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Adults

Gratitude and caring labor

I argue that it is appropriate for adult recipients of personal care to feel and express gratitude whenever care providers are inspired partly by benevolence, and deliver a real benefit in a manner that conveys respect for the recipient. My focus on gratitude is consistent with important aspects of feminist ethics of care, including its attention to the particularities and vulnerabilities of caregivers and care recipients, and its concern with how relations of care are shaped by social hierarchies and public institutions.

Thu, 07/20/2017 - 15:15

Taking the job home

Looks at the issues facing both employers and social worker/carers. Caring for adults.

Thu, 07/20/2017 - 15:14

Factors that contribute to adult children caregivers' well-being: a scoping review

The ageing of the population will increasingly result in reliance on the family for care in the community. Existing reviews have provided insights into the needs and health outcomes of family caregivers, but are disproportionately skewed towards spousal caregivers. Presently, a large majority of family caregivers are adult children. Adult children are distinct from spousal caregivers in terms of the combination of roles they occupy and the relationship they have with the care recipient. These unique considerations can have important implications for their well-being.

Thu, 07/20/2017 - 15:14

Voices of care for adults with disabilities and/or mental health issues in Western Canada: what do families and agencies need from each other?

Our purpose in this paper is to report on the frustrations and unmet needs of paid, formal caregivers and unpaid, family caregivers who together provide care to adults with disabilities and/or mental health issues. We conducted eight focus group interviews between November 2010 and June 2011 in two large, urban centres and one smaller centre in Western Canada.

Thu, 07/20/2017 - 15:14

'If they don't recognize it, you've got to deal with it yourself': gender, young caring and educational support

This article discusses some of the findings of a small-scale, localized, qualitative study involving children and young people identified and processed as young carers, that are providing 'substantial care' for an adult while in primary and/or secondary school. It explores their views on managing to 'care more' whilst at school and the role that teachers and schools do and could play in supporting them. The voices of young carers suggest that educational support should be available 'as soon as' children become primary carers.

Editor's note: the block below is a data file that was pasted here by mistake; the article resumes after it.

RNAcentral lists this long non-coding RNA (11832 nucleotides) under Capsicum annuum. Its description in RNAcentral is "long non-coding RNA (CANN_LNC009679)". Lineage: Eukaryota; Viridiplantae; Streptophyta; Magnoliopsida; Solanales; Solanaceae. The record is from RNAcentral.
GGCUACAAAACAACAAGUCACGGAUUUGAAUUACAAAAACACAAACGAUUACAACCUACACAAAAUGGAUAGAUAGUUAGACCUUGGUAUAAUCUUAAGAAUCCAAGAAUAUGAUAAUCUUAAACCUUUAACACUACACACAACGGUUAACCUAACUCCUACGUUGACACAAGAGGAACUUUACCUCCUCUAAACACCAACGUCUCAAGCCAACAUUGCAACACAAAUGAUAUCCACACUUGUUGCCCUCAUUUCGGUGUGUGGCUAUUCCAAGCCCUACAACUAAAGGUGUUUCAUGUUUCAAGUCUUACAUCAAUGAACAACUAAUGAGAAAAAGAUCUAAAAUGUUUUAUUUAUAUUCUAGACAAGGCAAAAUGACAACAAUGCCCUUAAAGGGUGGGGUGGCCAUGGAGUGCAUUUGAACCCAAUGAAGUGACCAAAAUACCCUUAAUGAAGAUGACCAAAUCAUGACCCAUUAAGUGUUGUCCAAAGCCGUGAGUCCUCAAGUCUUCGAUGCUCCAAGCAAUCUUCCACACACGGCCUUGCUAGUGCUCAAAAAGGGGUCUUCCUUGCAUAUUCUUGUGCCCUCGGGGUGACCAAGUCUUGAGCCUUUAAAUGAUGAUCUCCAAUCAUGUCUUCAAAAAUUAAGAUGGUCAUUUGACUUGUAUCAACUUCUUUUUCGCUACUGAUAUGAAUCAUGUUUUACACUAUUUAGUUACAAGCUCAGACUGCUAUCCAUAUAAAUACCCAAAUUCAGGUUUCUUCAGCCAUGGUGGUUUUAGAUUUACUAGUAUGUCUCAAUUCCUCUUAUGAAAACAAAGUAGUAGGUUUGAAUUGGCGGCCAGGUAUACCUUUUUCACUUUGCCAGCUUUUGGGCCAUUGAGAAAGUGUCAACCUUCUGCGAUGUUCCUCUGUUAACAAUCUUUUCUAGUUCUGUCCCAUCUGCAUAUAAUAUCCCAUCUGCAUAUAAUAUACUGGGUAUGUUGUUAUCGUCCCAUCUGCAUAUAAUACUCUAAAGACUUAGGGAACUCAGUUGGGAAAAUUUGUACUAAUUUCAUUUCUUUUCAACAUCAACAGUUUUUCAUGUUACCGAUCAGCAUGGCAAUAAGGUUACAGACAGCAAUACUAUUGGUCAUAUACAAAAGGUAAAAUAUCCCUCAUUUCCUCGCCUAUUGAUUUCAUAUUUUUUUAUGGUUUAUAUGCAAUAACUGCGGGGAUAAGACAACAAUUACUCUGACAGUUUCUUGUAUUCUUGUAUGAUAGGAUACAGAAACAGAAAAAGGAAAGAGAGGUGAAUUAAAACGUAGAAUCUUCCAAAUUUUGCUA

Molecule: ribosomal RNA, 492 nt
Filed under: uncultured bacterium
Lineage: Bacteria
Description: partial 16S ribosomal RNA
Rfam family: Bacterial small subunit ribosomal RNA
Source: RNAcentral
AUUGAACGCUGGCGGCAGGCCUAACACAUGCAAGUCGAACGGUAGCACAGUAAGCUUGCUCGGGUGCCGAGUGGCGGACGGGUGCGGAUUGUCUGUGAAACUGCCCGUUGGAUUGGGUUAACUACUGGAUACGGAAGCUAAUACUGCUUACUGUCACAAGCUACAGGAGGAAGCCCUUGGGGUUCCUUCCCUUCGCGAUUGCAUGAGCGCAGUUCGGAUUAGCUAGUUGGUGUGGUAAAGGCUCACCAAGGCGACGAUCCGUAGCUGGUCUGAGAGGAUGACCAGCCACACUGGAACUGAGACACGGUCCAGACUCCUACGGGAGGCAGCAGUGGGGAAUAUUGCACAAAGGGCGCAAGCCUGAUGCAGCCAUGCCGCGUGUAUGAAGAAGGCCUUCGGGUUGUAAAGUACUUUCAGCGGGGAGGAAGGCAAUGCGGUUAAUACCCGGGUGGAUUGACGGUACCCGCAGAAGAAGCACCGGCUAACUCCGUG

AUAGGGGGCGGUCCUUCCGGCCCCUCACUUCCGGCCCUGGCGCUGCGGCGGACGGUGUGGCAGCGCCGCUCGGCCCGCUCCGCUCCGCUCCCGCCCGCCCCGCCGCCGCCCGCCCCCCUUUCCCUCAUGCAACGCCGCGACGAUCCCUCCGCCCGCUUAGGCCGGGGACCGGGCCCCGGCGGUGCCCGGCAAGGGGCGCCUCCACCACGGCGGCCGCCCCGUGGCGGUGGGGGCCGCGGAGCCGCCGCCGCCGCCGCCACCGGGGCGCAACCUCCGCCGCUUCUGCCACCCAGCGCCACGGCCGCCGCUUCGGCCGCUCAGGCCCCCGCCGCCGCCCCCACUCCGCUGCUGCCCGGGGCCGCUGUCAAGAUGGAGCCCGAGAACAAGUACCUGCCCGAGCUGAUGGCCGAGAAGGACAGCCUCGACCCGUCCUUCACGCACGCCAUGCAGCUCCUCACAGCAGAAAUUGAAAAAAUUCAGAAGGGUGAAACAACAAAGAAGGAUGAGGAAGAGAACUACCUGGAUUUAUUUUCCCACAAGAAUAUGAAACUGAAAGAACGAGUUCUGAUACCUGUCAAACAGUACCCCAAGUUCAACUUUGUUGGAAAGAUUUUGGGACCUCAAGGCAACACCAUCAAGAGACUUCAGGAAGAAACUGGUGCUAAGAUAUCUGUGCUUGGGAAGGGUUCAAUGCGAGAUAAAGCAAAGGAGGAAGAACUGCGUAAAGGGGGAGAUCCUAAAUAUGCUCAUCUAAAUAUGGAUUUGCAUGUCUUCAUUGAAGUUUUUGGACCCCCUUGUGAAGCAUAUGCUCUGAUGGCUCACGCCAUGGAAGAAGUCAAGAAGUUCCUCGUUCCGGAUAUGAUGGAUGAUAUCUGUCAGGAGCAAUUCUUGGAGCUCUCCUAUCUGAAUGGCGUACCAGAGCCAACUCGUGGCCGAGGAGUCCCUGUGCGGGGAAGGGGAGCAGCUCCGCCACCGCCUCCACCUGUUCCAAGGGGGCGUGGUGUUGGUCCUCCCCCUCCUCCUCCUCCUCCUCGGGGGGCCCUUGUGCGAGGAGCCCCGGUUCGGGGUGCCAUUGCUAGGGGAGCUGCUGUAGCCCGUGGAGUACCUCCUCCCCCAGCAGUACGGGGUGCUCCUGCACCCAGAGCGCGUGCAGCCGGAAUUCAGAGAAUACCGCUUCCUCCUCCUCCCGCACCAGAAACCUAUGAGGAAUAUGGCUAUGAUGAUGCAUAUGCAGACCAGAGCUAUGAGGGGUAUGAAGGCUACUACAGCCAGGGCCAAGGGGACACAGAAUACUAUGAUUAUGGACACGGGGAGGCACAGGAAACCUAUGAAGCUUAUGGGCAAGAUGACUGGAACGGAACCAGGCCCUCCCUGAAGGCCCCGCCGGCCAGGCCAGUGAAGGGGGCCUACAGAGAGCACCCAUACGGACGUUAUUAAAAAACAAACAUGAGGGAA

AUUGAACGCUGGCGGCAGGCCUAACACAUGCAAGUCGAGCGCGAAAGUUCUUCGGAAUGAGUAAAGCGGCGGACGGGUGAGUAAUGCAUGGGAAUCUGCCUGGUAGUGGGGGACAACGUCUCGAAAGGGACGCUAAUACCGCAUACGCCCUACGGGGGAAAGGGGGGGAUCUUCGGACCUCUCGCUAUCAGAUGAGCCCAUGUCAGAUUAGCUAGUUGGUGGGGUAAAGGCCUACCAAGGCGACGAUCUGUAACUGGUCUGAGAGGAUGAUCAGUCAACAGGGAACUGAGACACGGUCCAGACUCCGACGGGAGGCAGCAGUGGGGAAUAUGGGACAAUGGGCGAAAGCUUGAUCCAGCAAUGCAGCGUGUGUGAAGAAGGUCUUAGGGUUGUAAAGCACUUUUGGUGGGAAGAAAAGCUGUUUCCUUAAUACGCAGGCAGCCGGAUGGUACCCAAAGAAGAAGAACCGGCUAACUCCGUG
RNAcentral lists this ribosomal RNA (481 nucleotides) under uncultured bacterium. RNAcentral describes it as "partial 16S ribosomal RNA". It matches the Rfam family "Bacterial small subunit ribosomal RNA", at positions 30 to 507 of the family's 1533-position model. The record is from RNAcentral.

Thu, 07/20/2017 - 15:13

Holiday breaks for adults with intellectual disabilities living with older carers

Summary: The evaluation of a project instigated by a voluntary group provided an opportunity to investigate the benefits of holiday breaks to both carers and participants. Feedback was obtained from over 100 people with intellectual disabilities through individual and group interviews, as well as from their carers using self-completed questionnaires.

Thu, 07/20/2017 - 15:13

Breaking point: a report on caring without a break for children and adults with severe or profound learning disabilities

Mencap’s 2003 Breaking Point report identified the appalling situation faced by the majority of families caring for children and adults with severe and profound learning disabilities. Despite highlighting the issues with central and local government at every opportunity, Mencap continues to meet families pushed to breaking point. We have revisited the issues in this report, as we have come across many more stories of families who are still not getting the short break they need. We can confirm that, sadly, nothing has really changed.

Thu, 07/20/2017 - 15:12

Caregiver burden of terminally-ill adults in the home setting

A caregiver is an unpaid person, typically a family member or friend, who helps an ill person with the physical care and management of a disease. The task of care-giving results in additional responsibilities on the caregiver's daily life, and occupies the caregiver's time, energy, and attention, which is demanding and complex. The burden from care-giving, when prolonged, might affect the physical health of caregivers, causing symptoms, such as anxiety and depression, leading to a negative impact on their capacity for social engagement.

Thu, 07/20/2017 - 15:12

Reliance on carer reports of early symptoms of dementia among adults with intellectual disabilities

As clinicians often rely on carer reports to identify adults with intellectual disabilities (ID) with early signs of dementia, this study focused on carer-reported symptoms to ascertain whether carer reports of decline in everyday function would be a more effective screening method to detect possible cases of dementia than reports of memory decline in older adults with ID. Subjects were 154 participants who were reassessed along with their carers two to three years after baseline.

Thu, 07/20/2017 - 15:11